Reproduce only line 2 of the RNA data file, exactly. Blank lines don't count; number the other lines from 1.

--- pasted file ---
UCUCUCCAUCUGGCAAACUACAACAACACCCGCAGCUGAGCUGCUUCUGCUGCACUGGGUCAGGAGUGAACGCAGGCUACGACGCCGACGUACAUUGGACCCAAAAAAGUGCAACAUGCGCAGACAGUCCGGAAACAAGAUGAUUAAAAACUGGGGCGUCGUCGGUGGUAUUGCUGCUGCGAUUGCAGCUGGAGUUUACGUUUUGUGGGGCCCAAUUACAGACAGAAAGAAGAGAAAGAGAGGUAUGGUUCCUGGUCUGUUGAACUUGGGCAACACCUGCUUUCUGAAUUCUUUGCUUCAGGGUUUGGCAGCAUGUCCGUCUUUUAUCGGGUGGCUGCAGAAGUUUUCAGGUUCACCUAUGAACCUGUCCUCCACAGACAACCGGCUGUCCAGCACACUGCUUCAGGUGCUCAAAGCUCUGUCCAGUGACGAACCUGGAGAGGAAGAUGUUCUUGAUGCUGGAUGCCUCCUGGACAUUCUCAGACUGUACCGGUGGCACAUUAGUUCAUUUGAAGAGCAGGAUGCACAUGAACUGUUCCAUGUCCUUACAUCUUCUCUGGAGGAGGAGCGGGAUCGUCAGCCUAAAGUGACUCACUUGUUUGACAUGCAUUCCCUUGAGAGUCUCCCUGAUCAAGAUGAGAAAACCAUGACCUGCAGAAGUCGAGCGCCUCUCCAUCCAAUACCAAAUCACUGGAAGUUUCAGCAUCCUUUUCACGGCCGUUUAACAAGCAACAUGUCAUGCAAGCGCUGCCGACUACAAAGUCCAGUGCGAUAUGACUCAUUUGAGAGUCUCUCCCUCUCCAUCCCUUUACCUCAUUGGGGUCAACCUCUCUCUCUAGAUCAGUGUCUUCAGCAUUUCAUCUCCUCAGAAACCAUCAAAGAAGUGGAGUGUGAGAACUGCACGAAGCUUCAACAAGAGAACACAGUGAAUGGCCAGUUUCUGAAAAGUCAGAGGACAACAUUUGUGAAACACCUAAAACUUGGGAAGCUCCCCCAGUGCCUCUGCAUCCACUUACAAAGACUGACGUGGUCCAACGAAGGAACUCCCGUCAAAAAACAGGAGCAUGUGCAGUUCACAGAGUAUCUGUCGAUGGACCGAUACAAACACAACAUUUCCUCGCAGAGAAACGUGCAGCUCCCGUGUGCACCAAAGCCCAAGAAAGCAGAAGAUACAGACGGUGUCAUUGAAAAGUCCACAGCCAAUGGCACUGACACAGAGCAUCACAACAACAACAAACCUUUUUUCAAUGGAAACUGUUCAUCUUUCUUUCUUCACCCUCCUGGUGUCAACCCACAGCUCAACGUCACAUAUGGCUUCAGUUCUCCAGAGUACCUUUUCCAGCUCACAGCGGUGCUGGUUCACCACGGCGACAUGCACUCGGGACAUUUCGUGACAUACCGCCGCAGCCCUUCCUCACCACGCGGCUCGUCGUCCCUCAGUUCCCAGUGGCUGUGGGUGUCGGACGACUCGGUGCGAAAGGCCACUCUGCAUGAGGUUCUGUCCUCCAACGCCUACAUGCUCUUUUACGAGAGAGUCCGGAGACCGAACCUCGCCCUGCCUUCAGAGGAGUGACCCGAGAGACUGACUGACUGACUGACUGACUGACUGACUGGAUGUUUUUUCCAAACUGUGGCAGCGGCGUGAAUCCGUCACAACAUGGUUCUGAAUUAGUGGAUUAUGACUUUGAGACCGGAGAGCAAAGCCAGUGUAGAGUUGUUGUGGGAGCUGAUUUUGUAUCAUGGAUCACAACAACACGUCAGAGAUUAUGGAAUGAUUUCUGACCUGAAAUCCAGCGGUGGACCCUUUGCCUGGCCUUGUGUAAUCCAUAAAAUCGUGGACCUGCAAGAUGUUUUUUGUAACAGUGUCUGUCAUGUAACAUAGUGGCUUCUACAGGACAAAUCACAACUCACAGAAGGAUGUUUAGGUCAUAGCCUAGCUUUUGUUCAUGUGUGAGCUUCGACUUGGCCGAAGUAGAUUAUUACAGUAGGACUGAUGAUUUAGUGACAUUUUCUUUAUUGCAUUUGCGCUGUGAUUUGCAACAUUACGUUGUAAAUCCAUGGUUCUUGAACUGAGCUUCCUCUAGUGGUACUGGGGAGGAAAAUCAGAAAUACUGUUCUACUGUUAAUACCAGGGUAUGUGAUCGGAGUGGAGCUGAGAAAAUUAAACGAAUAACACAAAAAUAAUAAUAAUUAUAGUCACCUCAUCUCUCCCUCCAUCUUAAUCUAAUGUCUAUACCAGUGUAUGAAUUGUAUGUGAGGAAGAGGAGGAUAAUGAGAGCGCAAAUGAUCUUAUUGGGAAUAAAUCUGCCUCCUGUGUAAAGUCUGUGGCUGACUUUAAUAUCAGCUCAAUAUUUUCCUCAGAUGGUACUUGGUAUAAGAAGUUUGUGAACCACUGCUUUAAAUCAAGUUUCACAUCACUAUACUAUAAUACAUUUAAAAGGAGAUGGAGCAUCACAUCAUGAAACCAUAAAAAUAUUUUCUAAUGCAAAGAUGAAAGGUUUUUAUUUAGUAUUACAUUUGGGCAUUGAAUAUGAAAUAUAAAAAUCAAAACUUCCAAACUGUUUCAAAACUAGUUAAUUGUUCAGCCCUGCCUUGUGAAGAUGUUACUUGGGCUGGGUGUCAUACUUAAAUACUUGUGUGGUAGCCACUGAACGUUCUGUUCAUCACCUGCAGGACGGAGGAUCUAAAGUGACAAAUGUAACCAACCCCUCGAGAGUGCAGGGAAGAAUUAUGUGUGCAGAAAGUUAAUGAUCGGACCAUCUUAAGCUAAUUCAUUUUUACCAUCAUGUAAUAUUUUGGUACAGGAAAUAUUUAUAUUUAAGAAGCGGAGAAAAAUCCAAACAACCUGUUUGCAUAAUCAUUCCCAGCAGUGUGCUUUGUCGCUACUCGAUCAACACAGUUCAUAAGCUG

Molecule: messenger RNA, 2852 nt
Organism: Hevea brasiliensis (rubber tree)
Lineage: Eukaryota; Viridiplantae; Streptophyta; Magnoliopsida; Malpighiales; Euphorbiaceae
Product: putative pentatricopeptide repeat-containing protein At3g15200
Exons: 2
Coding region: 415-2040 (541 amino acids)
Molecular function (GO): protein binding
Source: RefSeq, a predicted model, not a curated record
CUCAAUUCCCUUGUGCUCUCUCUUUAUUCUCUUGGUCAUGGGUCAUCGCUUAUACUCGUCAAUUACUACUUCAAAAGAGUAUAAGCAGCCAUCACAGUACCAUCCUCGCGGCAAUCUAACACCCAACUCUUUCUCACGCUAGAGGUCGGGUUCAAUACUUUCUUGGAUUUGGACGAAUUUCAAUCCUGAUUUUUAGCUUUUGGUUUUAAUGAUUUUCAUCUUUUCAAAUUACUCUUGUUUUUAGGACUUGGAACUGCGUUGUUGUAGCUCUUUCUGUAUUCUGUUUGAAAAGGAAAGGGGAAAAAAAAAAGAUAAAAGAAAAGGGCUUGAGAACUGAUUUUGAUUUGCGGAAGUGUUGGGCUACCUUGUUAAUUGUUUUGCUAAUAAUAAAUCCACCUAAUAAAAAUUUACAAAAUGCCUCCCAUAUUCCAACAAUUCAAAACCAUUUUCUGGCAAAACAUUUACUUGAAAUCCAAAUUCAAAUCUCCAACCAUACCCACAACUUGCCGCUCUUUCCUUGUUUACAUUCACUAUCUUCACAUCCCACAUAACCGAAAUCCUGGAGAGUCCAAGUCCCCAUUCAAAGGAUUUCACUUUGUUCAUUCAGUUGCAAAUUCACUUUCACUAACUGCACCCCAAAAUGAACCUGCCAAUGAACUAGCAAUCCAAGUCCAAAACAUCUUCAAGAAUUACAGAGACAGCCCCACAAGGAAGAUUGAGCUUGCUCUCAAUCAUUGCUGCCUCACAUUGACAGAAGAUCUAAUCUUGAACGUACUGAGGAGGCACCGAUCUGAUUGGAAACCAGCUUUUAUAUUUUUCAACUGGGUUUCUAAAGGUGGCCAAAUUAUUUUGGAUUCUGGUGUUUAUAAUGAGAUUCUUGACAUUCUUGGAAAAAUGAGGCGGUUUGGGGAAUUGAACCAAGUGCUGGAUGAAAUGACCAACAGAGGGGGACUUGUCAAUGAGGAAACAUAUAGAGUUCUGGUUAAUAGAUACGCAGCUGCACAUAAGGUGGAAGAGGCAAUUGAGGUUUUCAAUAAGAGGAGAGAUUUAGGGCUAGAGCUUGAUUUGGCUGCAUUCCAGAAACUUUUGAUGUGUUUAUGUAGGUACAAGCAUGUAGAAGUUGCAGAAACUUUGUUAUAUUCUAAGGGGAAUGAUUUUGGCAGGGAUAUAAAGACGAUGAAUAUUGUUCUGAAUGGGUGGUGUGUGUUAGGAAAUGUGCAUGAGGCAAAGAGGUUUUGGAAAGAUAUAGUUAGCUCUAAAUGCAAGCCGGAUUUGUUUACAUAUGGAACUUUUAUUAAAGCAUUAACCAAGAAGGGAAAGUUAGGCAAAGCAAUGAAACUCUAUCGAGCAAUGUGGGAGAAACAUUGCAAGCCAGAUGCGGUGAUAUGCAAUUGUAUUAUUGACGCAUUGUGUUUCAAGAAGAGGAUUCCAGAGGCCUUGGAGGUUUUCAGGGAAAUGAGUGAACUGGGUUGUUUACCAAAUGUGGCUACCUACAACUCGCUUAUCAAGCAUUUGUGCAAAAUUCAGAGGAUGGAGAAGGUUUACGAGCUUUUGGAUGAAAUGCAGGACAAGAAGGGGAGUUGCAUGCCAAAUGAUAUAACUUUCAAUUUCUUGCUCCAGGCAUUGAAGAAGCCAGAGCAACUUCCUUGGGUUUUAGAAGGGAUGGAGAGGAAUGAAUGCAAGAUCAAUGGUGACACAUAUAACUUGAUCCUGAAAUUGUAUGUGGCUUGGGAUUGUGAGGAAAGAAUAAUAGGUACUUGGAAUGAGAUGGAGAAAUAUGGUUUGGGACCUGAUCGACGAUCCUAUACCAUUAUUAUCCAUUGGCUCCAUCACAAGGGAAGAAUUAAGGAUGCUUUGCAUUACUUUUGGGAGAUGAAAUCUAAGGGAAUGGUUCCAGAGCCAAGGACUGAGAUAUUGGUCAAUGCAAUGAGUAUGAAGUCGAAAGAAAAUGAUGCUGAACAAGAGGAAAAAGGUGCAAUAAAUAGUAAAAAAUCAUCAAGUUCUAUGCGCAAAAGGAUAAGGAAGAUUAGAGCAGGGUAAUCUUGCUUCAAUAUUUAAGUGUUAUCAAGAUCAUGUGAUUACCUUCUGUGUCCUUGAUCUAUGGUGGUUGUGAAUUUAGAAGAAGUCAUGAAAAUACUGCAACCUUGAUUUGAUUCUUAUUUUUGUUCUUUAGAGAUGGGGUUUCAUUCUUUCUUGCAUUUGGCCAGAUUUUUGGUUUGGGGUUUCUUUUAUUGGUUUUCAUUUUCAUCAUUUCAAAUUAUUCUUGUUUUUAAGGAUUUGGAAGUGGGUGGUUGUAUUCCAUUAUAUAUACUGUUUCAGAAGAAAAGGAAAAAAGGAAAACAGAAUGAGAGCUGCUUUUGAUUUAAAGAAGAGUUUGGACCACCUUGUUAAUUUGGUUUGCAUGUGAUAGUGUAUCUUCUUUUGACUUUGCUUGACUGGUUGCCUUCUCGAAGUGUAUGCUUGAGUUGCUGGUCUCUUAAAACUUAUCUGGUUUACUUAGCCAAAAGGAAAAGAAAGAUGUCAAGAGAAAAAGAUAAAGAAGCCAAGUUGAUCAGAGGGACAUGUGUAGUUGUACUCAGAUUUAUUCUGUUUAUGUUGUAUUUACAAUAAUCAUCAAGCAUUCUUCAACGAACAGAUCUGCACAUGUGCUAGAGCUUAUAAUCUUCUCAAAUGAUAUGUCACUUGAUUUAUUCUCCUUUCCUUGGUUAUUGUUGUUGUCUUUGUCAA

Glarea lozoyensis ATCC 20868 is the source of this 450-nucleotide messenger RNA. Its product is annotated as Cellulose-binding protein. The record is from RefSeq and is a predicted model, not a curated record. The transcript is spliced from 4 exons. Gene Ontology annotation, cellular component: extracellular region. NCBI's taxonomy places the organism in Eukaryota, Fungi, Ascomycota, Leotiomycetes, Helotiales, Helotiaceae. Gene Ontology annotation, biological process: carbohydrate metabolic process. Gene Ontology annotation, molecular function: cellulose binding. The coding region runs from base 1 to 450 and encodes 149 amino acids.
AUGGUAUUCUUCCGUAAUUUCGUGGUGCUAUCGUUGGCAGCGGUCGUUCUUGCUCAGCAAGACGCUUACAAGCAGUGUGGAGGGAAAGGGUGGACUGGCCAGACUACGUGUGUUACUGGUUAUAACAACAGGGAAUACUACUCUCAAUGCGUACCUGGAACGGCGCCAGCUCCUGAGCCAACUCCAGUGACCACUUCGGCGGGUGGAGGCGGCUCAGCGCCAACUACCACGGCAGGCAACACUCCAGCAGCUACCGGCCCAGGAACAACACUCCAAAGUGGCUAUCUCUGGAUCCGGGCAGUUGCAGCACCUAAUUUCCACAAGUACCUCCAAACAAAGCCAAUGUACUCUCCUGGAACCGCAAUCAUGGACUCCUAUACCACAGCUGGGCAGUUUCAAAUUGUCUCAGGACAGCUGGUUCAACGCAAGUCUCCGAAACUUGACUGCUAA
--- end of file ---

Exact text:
Molecule: messenger RNA, 2852 nt